The drop in prices largely stems from the aftereffects of the 2007 outbreak of porcine reproductive and respiratory syndrome, also known as blue ear disease. Supply fell in the cull following the outbreak and, together with a jump in feed prices due to unusually harsh weather conditions, pork prices skyrocketed.
In response, Beijing offered farmers subsidies for raising sows to replenish the swine stock and pull back prices. It released US$366 million to support investment in pig farm construction, US$95.2 million to subsidize high-quality breeding, and another US$307 million in general subsidies to pork-producing regions.
Pig supply soon outpaced demand. This imbalance – plus fears of an outbreak of hand, foot and mouth disease toward the end of last year – saw farmers slaughter more pigs to put them on the market, leading to a glut of pork supply that further dragged down prices.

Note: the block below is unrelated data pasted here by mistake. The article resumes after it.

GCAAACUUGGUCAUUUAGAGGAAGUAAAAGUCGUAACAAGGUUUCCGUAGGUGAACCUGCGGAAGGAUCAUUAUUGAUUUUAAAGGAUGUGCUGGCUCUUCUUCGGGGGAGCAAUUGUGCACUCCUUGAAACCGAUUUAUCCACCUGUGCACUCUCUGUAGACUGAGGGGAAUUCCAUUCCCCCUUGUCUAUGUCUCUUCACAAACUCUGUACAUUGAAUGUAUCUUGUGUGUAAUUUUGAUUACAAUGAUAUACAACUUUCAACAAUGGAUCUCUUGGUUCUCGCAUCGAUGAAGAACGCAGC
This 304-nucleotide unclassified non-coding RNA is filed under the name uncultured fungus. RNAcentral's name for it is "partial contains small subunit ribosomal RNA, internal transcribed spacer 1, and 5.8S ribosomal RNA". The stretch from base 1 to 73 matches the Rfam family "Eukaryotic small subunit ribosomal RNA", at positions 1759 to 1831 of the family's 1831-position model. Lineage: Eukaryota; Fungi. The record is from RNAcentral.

"Added to this, demand in the period after Spring Festival traditionally dips and is seasonally lower during the warm summer months," said Feng Younghui, chief analyst at Zhongke Yiheng Modern Agriculture & Animal Product Technology Research Institute.
As the price spikes of 2007 show, cyclical trends in the pork supply chain are not new to China. This adds credence to concerns that the current low prices will cause a drop-off in production, reversing the demand and supply situation but still leaving it imbalanced. The government’s interventionist policies, though well intended, may amplify the problem.
Introduced in January 2009, the National Swine Price Alert System allows the government to buy pork from the market and place it in a strategic frozen reserve when the live hog-to-grain-price ratio falls below 6.0 for a period of four weeks. Two such purchases were made in April to curb supply and bump up prices.
Some industry experts question the long-term feasibility of stockpiling as a means of controlling pork price fluctuations.
"The government has so far not been able to find a way to allow for balanced adjustments in the market, and stockpiling is only a short-term solution," said Guo Huiyong, head analyst at Beijing Orient Agribusiness Consultant (BOABC).